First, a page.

Jon Cooper treated us to an enthusiastic and entertaining presentation on the development of 16th century warfare and its relevance to the siege of Haddington 1548/49. War, famine, disease and, of course, death are represented by the four horsemen of the apocalypse, all of which were visited upon Haddington during the time of the ‘rough wooing’. Scottish armies were raised from the able 16-60 yr olds in and around each burgh by a process which laid an obligation to serve for a period of 60 days, supplying one’s own food, weapons and armour. Refusal to serve, or absconding from the army later, resulted in a fine, or worse. However, there were ways around military service which a lucky few were able to exploit. This meant that relatively poorly trained, amateur, soldiery would have entered the field of battle, accompanied by relatively few, more experienced, commanders. Increasing the efficiency of the army involved the hire of professional soldiers (mercenaries), generally from Europe where many such experienced soldiers had plied their trade over many years and wars, in the service of anyone who could pay. Thus, present at Haddington were the Scots and English levies together with mercenaries of various nationalities, in particular French, Spanish and German. Haddington had been taken by the English who, with the aid of Spanish and some German mercenaries held the town against besieging Scots and French.
Jon took us on a somewhat blood-thirsty trip through the history of weaponry from the pike and halberd, through primitive guns and artillery, to the development of standardised and more reliable guns and artillery by the time of the siege of Haddington. Audience volunteers were induced to assist in demonstrations of pike usage, a chair being co-opted as a ‘horse’. Guns and artillery, however, were not in evidence, although descriptions of their effects on a massed group were graphically described to our suitably ranked assembly!
As to the siege, the town was defended by earthworks and artillery, and attacked by artillery and attempts, mainly by the French mercenaries, to take the town by storm. Meanwhile, the defenders and civilians inside suffered shortages of food and facilities to effectively deal with the injured and the sick. Disease, therefore, became a serious problem. With the failure to penetrate the defences over a period of many months, the Scots levies drifted away and the French decamped to Edinburgh (where, apparently, they made much mischief until banished to Leith)! The English then evacuated the town, and the siege was essentially over, with no significant political or military gain after more than a year. Haddington was then left to recover from the ravages of famine and disease and for the community to rebuild in the years following. Interestingly, the Haddingtonians were more comfortable with the English in charge than they would have been with the French mercenaries had the siege been successfully concluded (letters to Mary of Guise). They were, therefore, more supportive of the occupiers than one might expect of an invaded population.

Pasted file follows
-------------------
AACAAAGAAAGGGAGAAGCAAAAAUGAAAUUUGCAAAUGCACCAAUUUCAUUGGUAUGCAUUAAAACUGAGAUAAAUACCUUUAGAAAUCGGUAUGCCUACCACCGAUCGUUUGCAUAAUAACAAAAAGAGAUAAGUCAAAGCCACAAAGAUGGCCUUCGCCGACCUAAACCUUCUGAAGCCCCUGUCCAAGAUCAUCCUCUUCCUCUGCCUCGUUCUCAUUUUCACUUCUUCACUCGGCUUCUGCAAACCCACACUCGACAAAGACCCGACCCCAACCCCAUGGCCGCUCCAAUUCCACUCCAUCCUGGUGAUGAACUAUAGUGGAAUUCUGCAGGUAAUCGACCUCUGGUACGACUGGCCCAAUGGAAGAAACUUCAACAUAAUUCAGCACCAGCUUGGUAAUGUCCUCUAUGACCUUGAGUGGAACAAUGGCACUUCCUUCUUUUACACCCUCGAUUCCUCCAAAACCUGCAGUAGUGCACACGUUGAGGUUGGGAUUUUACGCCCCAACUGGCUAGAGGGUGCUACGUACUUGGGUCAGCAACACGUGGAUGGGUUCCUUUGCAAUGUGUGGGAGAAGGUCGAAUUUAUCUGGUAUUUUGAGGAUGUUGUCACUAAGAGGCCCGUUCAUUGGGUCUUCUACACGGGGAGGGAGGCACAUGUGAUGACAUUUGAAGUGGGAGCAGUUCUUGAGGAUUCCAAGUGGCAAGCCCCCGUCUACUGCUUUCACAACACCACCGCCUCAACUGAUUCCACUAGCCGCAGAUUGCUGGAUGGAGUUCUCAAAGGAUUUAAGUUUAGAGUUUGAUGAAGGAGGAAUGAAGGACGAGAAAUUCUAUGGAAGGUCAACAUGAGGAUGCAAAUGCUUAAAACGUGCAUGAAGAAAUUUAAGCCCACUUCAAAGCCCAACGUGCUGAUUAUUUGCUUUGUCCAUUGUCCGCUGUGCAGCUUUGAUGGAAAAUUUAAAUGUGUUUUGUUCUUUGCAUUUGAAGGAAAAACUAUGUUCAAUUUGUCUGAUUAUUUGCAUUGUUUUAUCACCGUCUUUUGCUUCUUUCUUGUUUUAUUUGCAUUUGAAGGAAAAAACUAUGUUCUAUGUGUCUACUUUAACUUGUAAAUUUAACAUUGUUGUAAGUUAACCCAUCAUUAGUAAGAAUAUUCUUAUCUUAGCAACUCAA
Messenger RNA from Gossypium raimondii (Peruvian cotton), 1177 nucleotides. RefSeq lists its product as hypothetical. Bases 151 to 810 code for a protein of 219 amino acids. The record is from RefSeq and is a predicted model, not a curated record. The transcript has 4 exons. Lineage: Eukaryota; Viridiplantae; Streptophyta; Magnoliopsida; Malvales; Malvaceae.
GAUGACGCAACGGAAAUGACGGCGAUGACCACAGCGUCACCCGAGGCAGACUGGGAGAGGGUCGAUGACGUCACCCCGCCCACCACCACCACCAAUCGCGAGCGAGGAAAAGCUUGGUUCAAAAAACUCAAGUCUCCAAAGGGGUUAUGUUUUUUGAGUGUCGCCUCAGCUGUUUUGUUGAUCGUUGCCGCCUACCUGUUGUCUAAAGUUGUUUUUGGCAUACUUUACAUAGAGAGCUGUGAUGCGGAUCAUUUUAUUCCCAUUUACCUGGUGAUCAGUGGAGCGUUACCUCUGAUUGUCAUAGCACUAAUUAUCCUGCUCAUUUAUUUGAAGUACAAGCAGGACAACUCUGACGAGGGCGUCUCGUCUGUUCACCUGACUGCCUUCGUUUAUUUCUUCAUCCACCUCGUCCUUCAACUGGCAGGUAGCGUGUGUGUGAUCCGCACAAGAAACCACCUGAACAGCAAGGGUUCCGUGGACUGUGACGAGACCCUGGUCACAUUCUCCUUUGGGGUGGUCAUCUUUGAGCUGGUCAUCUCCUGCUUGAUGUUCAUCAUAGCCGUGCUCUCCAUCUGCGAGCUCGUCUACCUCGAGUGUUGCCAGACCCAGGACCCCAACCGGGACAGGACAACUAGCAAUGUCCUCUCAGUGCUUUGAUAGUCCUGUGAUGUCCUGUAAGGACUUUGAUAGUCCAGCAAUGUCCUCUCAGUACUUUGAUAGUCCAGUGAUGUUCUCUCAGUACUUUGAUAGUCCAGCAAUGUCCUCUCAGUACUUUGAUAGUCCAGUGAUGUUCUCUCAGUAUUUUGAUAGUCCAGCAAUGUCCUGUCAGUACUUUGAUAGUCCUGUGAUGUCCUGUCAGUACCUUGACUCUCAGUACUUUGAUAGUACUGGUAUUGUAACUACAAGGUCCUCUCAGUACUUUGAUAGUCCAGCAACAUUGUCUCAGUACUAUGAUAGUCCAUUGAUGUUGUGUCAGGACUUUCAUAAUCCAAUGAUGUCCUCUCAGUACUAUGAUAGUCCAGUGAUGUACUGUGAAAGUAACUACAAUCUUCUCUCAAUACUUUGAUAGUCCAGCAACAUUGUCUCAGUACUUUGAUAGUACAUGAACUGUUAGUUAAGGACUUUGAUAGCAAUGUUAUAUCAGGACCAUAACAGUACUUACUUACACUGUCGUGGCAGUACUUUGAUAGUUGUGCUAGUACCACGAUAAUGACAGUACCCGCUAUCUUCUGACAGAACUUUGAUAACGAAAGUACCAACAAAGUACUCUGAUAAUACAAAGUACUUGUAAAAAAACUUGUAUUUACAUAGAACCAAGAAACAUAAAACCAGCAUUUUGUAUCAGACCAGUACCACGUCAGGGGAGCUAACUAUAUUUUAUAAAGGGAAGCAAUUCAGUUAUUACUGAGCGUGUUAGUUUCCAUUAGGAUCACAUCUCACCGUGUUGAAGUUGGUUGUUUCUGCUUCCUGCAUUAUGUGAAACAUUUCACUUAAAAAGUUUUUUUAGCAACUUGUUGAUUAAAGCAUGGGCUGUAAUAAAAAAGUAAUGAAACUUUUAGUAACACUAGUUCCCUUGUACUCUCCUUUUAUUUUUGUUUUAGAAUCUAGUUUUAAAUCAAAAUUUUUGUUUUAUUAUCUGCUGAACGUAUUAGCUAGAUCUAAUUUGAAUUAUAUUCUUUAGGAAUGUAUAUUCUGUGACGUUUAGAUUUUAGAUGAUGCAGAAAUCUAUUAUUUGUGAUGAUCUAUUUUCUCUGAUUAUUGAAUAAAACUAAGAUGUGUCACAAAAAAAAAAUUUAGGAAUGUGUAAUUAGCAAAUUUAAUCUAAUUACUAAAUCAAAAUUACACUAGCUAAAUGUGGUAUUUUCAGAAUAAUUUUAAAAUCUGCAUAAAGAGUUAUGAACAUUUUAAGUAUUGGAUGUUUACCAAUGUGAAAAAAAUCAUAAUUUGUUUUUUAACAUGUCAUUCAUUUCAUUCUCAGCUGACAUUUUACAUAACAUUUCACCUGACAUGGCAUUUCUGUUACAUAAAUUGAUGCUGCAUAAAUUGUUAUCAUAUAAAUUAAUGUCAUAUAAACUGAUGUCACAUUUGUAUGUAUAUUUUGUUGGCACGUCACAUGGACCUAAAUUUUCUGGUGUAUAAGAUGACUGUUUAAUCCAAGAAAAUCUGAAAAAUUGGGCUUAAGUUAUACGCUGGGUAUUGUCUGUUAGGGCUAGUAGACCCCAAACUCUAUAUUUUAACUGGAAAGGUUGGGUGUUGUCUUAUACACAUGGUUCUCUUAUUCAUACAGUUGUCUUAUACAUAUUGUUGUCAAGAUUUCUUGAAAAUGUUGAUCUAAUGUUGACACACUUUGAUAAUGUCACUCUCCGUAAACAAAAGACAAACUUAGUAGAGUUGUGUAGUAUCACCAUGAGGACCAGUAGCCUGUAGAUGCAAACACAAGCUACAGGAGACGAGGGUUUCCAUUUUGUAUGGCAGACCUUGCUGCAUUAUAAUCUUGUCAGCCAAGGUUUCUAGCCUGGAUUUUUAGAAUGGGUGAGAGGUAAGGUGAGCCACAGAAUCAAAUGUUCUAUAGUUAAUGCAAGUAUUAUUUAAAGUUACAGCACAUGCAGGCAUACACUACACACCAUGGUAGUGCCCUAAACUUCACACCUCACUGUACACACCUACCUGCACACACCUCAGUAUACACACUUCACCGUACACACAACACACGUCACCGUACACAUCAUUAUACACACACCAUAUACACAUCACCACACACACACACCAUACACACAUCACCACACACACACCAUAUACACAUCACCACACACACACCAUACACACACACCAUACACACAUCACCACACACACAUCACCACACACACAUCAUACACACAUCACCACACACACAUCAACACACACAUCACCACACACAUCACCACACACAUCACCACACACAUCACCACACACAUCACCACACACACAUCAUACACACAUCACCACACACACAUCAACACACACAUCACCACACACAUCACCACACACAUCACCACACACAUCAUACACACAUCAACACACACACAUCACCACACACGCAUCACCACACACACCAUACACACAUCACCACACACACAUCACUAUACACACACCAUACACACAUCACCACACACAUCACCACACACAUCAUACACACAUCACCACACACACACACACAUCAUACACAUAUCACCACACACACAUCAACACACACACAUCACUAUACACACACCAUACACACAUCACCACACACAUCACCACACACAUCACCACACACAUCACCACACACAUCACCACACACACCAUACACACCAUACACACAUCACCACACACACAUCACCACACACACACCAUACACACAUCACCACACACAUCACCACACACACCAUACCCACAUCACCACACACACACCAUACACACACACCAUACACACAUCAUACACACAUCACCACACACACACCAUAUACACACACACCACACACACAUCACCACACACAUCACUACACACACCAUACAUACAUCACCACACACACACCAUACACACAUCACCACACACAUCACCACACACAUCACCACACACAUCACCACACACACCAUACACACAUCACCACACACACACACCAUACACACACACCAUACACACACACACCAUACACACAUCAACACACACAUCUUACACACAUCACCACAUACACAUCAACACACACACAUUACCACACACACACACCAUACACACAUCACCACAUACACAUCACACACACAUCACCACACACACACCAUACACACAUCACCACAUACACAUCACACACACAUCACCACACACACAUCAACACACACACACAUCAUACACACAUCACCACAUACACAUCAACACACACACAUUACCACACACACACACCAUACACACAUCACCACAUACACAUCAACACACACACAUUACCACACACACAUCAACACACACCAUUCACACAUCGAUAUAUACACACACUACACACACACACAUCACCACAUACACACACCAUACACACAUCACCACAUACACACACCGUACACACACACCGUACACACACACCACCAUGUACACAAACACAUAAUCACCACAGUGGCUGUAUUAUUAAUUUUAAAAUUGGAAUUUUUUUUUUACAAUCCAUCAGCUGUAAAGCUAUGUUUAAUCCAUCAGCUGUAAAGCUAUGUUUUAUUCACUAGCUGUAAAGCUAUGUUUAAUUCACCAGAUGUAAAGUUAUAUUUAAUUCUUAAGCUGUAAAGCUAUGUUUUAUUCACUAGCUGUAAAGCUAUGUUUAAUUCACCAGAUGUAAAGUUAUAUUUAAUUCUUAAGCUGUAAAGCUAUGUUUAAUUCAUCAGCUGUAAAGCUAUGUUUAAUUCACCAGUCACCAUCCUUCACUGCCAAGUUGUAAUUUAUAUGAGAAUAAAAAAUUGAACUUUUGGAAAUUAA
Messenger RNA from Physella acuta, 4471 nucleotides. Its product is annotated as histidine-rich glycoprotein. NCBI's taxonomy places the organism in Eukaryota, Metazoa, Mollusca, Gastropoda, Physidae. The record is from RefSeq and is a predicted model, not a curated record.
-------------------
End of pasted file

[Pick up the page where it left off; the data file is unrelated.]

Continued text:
Jon left us with an interesting thought – that although it is well known that Haddington prior to the siege had been a very prominent and politically very important Scottish burgh, after the siege it entered a long period of decline to become just another small, rural market town of little significance in the affairs of state. The town, therefore, never recovered its prominence after the events of the 16th century.